Date of Graduation
Eberly College of Arts and Sciences
Cheryl B. McNeil.
The behavior of children in a preschool classroom was assessed to evaluate the effectiveness of two classroom management approaches: (a) strategies already employed by the teachers, and (b) the Level System. Strategies already employed by the teachers were those that they currently used in their preschool classroom. This phase was considered the baseline or "A" treatment phase. The Level System is a new program that utilizes strategies including a token economy, stimulating rewards, strategic attention, and labeled praise to manage a range of behaviors exhibited by children in the classroom. This was considered the "B" treatment condition. These two approaches were evaluated using an ABAB sequence where each was employed for a minimum of 17 observations with 4 male 4-year-old participants. Behaviors were assessed using unobtrusive classroom coding of activities and teacher report. Four main findings were obtained: (a) the Level System was more effective in managing disruptive behavior than previously-used classroom management strategies, (b) fewer time outs were given while the Level System was used in the class compared to while the typical classroom management strategies were used, (c) teacher report of satisfaction with the Level System varied, but parents reported high levels of satisfaction with the Level System, and (d) negative effects on "intrinsic motivation" with use of the Level System were not evident.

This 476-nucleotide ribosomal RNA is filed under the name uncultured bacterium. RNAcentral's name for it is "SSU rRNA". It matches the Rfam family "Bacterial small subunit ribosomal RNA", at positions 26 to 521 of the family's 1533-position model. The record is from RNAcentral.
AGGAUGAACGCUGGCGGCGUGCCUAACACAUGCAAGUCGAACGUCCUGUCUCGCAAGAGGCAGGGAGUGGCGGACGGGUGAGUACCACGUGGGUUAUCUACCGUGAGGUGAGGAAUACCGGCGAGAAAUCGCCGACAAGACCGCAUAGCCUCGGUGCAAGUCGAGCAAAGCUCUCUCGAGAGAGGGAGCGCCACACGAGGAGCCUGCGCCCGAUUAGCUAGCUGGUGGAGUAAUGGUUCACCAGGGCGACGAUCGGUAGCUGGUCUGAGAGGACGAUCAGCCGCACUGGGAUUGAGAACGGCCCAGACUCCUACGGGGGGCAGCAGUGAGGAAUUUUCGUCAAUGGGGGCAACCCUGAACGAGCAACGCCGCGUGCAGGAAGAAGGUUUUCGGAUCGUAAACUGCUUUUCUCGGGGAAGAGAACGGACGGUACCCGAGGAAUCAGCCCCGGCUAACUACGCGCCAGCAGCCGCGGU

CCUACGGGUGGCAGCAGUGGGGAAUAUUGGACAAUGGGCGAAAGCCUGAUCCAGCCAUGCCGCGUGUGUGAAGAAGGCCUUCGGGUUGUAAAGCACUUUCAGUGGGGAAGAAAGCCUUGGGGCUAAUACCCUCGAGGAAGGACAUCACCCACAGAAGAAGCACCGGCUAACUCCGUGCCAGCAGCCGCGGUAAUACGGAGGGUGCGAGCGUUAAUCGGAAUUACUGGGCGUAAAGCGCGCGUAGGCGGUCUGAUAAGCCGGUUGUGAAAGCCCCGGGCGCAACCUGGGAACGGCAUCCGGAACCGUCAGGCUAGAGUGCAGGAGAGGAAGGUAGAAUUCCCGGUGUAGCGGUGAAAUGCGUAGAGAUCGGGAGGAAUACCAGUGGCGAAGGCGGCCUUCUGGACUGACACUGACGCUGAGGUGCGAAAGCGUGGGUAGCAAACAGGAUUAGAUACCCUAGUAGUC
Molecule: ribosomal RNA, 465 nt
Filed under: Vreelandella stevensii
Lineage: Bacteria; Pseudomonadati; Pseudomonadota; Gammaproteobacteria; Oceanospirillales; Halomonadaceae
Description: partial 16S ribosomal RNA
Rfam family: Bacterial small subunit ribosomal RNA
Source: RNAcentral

Filcheck, Holly A., "Evaluation of a whole-class token economy to manage disruptive behavior in preschool classrooms" (2003). Graduate Theses, Dissertations, and Problem Reports. 1865.